Md. Gov. Hogan tries to force federal judge to rule on Purple Line

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DALLAS – Maryland Gov. Larry Hogan has directed the state attorney general to seek a mandate requiring a ruling in a federal lawsuit that has delayed work on the $5.6 billion Purple Line rail public-private partnership since August.

Hogan sent a letter late Thursday to Attorney General Brian Frosh to petition the U.S. Court of Appeals to order U.S. district court Judge Richard Leon to rule on whether the project can proceed.

“I am directing you to immediately proceed with the petition for a writ of mandamus as requested by the Maryland Secretary of Transportation,” Hogan said in the letter. “The secretary and I have both concluded that it is necessary, on behalf of the citizens of Maryland, to take action to force U.S. District Court Judge Richard Leon to make a decision in the Purple Line litigation pending before him.”

Hogan told Frosh to file the case as quickly as possible because the state stands to lose “several million dollars because of this delay."

Lawyers for the Maryland Transit Administration, which will oversee the project, have said the delay is costing the state $13 million a year. Maryland could also be on the hook for a termination payment of more than $100 million to Purple Line Transit Partners, the intended builder and operator of the rail line, if it pulls out of the project because of the delay.

Purple Line Partners, an international consortium that includes Fluor Corp., Meridiam, and Star America, is committed to building the rail line, said Rob Chappell, chief executive and project manager for the private partner.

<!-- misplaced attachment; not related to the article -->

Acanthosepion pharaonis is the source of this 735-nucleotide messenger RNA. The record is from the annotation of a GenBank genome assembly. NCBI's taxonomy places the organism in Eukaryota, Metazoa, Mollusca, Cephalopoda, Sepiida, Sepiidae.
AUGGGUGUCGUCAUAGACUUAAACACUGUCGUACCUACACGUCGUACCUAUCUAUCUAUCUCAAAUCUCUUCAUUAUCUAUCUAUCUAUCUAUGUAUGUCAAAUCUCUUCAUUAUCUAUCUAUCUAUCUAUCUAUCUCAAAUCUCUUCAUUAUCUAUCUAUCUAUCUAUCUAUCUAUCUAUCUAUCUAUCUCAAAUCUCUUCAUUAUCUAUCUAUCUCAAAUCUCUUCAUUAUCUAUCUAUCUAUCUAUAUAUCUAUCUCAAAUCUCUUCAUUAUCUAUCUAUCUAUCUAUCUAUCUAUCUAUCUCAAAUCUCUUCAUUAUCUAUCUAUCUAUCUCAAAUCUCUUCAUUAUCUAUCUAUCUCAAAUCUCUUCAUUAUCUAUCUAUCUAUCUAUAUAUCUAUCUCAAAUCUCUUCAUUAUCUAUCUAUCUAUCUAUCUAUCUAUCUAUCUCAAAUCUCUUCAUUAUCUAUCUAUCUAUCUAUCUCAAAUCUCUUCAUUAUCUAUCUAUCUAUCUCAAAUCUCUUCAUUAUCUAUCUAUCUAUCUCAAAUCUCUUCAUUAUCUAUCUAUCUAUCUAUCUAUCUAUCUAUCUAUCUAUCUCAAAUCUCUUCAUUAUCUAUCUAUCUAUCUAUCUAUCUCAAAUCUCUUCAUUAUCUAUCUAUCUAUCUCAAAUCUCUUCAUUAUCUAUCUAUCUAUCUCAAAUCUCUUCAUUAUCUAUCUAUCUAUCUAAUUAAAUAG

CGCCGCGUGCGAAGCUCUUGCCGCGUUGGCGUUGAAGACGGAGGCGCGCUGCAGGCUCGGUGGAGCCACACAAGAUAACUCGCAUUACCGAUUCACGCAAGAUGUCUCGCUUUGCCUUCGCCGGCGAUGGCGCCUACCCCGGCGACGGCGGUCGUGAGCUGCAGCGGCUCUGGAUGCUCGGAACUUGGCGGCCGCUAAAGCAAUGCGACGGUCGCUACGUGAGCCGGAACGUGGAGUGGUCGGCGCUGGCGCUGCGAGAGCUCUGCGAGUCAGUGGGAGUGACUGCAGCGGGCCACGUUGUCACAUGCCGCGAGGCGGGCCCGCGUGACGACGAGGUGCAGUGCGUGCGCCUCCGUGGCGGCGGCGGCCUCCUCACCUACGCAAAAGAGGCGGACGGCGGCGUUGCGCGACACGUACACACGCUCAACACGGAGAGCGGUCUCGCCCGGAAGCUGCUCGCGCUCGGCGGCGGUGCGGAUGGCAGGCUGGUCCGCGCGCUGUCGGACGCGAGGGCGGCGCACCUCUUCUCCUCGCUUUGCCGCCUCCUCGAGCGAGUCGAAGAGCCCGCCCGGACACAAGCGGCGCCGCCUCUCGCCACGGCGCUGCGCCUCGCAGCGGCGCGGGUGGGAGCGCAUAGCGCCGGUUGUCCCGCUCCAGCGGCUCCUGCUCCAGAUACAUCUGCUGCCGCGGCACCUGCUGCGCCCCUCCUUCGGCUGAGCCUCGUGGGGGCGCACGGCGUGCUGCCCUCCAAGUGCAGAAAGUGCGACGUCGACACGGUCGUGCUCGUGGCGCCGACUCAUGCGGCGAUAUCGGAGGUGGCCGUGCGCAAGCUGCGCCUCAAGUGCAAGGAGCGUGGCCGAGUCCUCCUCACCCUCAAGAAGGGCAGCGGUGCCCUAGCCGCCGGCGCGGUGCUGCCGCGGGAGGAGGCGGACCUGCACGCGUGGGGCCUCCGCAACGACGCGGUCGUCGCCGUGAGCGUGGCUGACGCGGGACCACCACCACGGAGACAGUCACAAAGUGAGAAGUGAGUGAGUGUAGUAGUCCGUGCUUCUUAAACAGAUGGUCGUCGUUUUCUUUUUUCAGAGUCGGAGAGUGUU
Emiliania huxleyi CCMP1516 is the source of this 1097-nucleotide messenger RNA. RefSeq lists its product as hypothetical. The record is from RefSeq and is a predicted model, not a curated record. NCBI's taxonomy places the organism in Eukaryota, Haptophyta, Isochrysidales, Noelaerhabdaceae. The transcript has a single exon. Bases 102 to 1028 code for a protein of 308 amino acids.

“For the time being and the immediate future — for the next three to four months — we’re on board,” Chappell said. “Right now, we’re looking to be on board as long as our partners in the state will have us because we’re committed to building this project. We’re confident the project’s going to move forward.”

Writs of mandamus are usually issued only in exceptional circumstances, said Montgomery County Executive Isiah Leggett.

“It’s a very difficult challenge,” Leggett said. “But given the amount of resources at stake and the difficultness that this delay creates, I guess the governor is looking at that and saying we’re getting to the point where we need to take drastic actions.”

Judge Leon vacated federal approval for the Purple Line in August, just days before the state was to officially accept a $900 million grant from the Federal Transit Administration to build the project.

Leon stopped work on the project at the requests of plaintiffs in an environmental lawsuit opposing the rail line. He cited concerns that ridership demand for the Purple Line might not reach projections due to the falling number of passengers on the Washington Metropolitan Area Transit Authority’s breakdown-plagued Metrorail system.

Frosh filed a motion with the court in late March that requested a final judgment by April 28 on whether the dispute over the project’s ridership should delay construction of the line.

Hogan noted in his letter to Frosh that “the judge missed your deadline.”

The construction schedule had called for work to begin in late 2016 with completion by March 2022, but the timing has slipped due to the legal delay.

The Purple Line would include 21 stations along the 16.2-mile route inside the Capital Beltway between Bethesda in Montgomery County and New Carrollton in Prince George’s County.

The state’s contract with Purple Line Partners requires the private investors to finance about $1 billion of the line’s $1.99 billion construction costs, build it over six years, and then operate and maintain the system for 30 years. The state would make monthly availability payments averaging $150 million per year that would also provide debt service on the private partner’s construction financing.

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